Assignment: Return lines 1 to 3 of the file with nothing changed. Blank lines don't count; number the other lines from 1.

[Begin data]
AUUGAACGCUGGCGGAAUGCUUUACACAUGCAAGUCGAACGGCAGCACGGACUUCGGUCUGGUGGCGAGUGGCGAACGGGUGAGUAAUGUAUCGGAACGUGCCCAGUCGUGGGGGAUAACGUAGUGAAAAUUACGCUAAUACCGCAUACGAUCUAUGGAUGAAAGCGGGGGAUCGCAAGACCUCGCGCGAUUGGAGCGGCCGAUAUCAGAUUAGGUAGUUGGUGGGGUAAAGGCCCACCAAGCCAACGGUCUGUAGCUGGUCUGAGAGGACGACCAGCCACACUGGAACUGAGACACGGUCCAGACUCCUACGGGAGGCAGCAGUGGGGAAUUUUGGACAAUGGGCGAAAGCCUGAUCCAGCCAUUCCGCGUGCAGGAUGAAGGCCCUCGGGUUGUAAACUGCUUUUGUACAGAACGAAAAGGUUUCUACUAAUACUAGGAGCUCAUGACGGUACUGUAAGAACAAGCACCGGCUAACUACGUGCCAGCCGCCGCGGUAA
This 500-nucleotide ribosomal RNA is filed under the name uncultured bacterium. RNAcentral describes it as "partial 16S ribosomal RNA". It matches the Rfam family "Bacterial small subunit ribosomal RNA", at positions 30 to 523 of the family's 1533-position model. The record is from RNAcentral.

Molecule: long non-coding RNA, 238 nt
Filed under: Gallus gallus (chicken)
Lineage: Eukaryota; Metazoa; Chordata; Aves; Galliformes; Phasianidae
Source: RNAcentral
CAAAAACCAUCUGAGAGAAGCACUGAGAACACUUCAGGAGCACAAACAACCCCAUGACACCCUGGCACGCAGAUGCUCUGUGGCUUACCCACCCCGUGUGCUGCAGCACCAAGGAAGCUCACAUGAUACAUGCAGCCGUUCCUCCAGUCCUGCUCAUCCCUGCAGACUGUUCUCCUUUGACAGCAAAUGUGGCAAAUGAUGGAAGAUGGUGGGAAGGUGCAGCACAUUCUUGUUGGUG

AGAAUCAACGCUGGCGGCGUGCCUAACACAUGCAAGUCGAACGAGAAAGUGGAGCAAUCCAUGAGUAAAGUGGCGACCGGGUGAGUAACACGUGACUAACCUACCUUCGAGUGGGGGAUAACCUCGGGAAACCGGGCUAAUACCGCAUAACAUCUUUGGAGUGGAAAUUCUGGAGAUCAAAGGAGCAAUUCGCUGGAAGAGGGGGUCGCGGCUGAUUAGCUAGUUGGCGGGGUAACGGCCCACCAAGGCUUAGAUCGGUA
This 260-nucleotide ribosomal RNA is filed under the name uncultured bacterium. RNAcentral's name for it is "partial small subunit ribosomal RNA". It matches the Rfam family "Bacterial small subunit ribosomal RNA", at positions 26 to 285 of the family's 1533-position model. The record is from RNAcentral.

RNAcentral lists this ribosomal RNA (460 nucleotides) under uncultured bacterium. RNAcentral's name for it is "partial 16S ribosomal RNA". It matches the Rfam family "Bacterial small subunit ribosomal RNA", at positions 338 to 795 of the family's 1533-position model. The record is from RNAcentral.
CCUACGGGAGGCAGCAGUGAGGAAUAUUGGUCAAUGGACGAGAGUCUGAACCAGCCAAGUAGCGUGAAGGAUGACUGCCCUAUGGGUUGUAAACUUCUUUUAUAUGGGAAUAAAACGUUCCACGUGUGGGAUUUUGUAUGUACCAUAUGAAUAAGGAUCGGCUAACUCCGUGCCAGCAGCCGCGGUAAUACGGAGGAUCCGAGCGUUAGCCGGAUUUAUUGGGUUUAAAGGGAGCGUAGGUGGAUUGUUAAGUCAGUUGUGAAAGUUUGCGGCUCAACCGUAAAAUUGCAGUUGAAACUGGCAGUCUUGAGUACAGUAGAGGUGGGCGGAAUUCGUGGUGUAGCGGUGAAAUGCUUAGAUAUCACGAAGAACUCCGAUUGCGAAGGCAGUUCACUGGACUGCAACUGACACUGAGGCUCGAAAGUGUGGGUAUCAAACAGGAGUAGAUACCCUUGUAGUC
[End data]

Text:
AUUGAACGCUGGCGGAAUGCUUUACACAUGCAAGUCGAACGGCAGCACGGACUUCGGUCUGGUGGCGAGUGGCGAACGGGUGAGUAAUGUAUCGGAACGUGCCCAGUCGUGGGGGAUAACGUAGUGAAAAUUACGCUAAUACCGCAUACGAUCUAUGGAUGAAAGCGGGGGAUCGCAAGACCUCGCGCGAUUGGAGCGGCCGAUAUCAGAUUAGGUAGUUGGUGGGGUAAAGGCCCACCAAGCCAACGGUCUGUAGCUGGUCUGAGAGGACGACCAGCCACACUGGAACUGAGACACGGUCCAGACUCCUACGGGAGGCAGCAGUGGGGAAUUUUGGACAAUGGGCGAAAGCCUGAUCCAGCCAUUCCGCGUGCAGGAUGAAGGCCCUCGGGUUGUAAACUGCUUUUGUACAGAACGAAAAGGUUUCUACUAAUACUAGGAGCUCAUGACGGUACUGUAAGAACAAGCACCGGCUAACUACGUGCCAGCCGCCGCGGUAA
This 500-nucleotide ribosomal RNA is filed under the name uncultured bacterium. RNAcentral describes it as "partial 16S ribosomal RNA". It matches the Rfam family "Bacterial small subunit ribosomal RNA", at positions 30 to 523 of the family's 1533-position model. The record is from RNAcentral.

Molecule: long non-coding RNA, 238 nt